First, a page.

As inflation rages and real economic growth decelerates, investors share legitimate concerns about the direction of company earnings. Undoubtedly, profit growth will slow; businesses are simultaneously dealing with declining unit sales and margin pressures. In the coming year, the question is, will corporate earnings significantly collapse or simply moderate to a sluggish (but still positive) growth rate? That is, are profits poised to “Poof” or “Purr?”
Who’s correct? The Federal Reserve is talking tough on inflation, indicating its fight is far from over and multiple rate hikes are yet forthcoming. The bond market, though, has turned decidedly dovish: The 10-year Treasury yield peaked in mid-June near 3.5% and has subsequently eased by about 75 bps. Moreover, the one-year breakeven rate (the bond market’s embedded one-year-forward inflation expectation) collapsed from 6.3% in March to 3.0% today. Indeed, the recent decline suggests the inflation outlook could soon be back near the Fed’s 2% target.
The goal of decelerating real economic growth (demand destruction) has been achieved. The economy is not likely in a recession because job creation rose at an annual pace of nearly 3.7% in the first half of this year, real personal consumption increased by 1% in the second quarter, the ISM Manufacturing Survey is at 52.8, and profits, dividends, and capital-goods orders continue rising.
Sometimes, trends get so extreme that it is best to bet on a reversal. Such is the case for a few critical factors underlying the health of the U.S. stock market. Because they have been stretched to exaggerated positions, there are currently three favorable forces for the stock market: real liquidity growth, private sector confidence, and valuations.
VOLATILITY has wreaked havoc in the financial markets this year. The median stock-market CBOE VIX Volatility Index® is 26.7 compared to only 18.6 in 2021 and is higher than 86% of the time since 1990. Because Treasury yields recently returned to some sense of normalcy, bond market volatility has also been challenging. For example, the median ICE MOVE Index (a yield-curve-weighted index of implied Treasury-option volatility) is at 111 versus just 61 in 2021—this is higher than 80% of the time measured back to 1990!
After a promising start, year-to-date, international stocks are now trailing the S&P 500. At mid-year, despite a strong U.S. dollar, the MSCI ACWI ex-USA and MSCI EM ex-China indexes essentially matched the S&P 500. Indeed, through June, the developed markets index was ahead of the S&P 500 nearly two-thirds of the time, while EM ex-China surpassed the S&P 500 more than 90% of the time. Recently, as global recession fears have intensified and the U.S. dollar has soared, both international indexes now slightly trail domestic stocks. Nonetheless, we are sticking with a tilt toward global stocks—particularly EM ex-China—primarily because we expect the U.S. dollar to soon dive!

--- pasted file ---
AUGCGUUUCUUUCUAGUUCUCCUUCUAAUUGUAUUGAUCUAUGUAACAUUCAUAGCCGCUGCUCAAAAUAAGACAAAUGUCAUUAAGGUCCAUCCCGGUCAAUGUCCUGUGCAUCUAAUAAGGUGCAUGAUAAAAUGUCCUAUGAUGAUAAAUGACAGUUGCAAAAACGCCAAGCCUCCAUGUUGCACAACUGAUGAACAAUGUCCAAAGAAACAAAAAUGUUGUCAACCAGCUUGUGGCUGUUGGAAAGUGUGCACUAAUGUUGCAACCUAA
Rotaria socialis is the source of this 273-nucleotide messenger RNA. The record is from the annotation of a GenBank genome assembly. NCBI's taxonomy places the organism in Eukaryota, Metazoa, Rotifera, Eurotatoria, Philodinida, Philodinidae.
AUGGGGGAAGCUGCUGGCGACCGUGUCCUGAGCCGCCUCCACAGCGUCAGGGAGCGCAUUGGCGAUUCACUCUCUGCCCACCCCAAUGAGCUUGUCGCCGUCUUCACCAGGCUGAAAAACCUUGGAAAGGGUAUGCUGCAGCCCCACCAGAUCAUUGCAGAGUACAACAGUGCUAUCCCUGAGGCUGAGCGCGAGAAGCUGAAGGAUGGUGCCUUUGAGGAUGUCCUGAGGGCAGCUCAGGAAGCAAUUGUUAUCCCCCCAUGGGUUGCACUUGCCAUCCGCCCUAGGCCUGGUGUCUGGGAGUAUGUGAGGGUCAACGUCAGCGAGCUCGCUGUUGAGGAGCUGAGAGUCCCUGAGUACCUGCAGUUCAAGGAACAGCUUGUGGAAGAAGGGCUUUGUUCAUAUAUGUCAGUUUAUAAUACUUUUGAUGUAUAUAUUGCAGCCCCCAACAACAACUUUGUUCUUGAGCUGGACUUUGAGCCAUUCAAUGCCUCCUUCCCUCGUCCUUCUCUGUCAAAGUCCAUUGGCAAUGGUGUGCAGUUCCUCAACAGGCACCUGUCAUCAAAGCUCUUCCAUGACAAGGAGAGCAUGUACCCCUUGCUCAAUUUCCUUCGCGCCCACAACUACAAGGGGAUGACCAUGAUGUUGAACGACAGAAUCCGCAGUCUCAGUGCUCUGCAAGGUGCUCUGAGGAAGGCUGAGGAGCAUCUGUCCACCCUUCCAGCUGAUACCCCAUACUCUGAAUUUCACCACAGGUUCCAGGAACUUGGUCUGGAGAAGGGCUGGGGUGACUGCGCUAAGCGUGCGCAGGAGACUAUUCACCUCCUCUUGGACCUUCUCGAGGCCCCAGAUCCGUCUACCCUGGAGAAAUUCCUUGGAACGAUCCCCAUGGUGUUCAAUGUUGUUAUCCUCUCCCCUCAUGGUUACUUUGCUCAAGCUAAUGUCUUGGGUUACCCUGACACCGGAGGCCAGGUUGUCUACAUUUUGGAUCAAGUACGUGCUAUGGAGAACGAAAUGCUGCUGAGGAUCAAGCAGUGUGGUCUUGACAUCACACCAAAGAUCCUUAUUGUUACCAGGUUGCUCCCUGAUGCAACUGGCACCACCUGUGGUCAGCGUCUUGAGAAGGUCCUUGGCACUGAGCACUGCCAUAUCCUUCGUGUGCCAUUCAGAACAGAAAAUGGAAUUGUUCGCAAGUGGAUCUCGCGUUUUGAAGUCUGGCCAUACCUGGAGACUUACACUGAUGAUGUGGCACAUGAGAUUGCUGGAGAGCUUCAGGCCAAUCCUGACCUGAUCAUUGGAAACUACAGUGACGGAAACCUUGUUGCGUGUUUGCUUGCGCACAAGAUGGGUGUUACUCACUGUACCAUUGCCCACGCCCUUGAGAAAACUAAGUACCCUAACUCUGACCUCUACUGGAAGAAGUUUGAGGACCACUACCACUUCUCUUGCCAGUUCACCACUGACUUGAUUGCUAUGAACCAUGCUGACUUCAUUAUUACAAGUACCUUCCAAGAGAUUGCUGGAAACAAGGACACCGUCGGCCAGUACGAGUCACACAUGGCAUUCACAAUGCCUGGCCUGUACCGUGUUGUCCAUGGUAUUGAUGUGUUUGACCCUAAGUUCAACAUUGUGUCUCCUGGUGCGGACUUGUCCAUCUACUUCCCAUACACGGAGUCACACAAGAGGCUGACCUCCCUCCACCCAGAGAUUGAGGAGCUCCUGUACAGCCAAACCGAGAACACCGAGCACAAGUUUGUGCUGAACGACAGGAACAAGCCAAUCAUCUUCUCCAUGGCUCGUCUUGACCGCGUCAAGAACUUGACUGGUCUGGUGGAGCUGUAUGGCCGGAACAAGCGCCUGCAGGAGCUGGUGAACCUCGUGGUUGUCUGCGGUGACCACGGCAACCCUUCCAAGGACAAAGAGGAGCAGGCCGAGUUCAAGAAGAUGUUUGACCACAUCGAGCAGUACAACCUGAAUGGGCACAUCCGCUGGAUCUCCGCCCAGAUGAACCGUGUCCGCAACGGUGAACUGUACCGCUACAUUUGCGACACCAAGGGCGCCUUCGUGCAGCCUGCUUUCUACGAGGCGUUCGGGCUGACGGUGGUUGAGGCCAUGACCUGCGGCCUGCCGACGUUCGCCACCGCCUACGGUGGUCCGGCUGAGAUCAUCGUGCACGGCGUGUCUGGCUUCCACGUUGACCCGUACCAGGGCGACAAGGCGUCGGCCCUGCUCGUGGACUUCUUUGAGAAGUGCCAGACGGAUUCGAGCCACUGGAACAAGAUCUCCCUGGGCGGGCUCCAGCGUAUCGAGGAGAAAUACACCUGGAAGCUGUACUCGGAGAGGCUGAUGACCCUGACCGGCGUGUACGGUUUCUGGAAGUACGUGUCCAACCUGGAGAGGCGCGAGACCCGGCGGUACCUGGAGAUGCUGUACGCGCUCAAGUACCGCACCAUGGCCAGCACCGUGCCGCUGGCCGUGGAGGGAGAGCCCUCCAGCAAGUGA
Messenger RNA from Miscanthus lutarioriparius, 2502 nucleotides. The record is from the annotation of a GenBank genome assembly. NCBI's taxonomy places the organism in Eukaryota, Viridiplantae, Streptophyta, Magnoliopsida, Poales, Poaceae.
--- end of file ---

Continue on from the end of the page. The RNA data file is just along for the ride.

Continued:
The Federal Reserve has regular meetings and fancy press conferences, but like the rest of us, it is usually directed by its boss. The Fed’s board of directors comprises the character of the economy, both inflation and real economic growth, and bond vigilantes. This group of bosses primarily dictates whether the Fed is a hawk or a dove.
The fight against runaway inflation is intense, and recession fears are rampant. The stock market has collapsed while bond yields have surged, and the panicked Federal Reserve is rapidly catching up with 75-basis-point fed fund hikes. In addition, Putin’s invasion of Ukraine shows no end in sight, and the U.S. Supreme Court is now at war with the Executive Branch.
“Quantitative Policy” by the Federal Reserve is a very recent addition to the monetary tool kit, and we are still learning about its significance. For example, does QT directly and consistently impact the money supply? Is it equivalent to raising the fed funds rate? Is QT really another substantial tightening force—or is its impact overstated? Unfortunately, nobody yet knows the answer to these questions. They will become understood only after many more years of data becomes available.
The current inflation spike has already ended the bull market and is widely expected to end the economic recovery soon. Nonetheless, rather than a “cycle-ender,” the contemporary environment could alternatively play out as a “rate hiccup,” which often occurs as the Federal Reserve and bond vigilantes react to signs of overheated growth during a recovery.
Higher energy and services prices caused the headline Consumer Price Index (CPI) to reach 8.6% in May, its highest level since 1981! Friday’s disturbing report has sent bond yields to new recovery highs and the S&P 500 into bear market territory. Yet, despite its ongoing persistence, as illustrated in the following pictorial, U.S. inflation is nonetheless likely topping out.
There is widespread consternation that a recession is imminent because the Federal Reserve has been hesitant to act, which has left it woefully behind the curve in fighting inflation. Many fear the Fed will feel compelled to be extremely aggressive in contracting monetary policy, making a soft landing nearly impossible.
Inflation continues to be the focal point for policy officials and the financial markets. Has inflation peaked yet? How fast will it come down? Will the Fed orchestrate a soft landing, or can inflation only be slayed by a recession? Finally, how will the stock and bond markets respond to such high inflation, particularly if the Fed is forced to raise interest rates significantly more and implement aggressive quantitative tightening?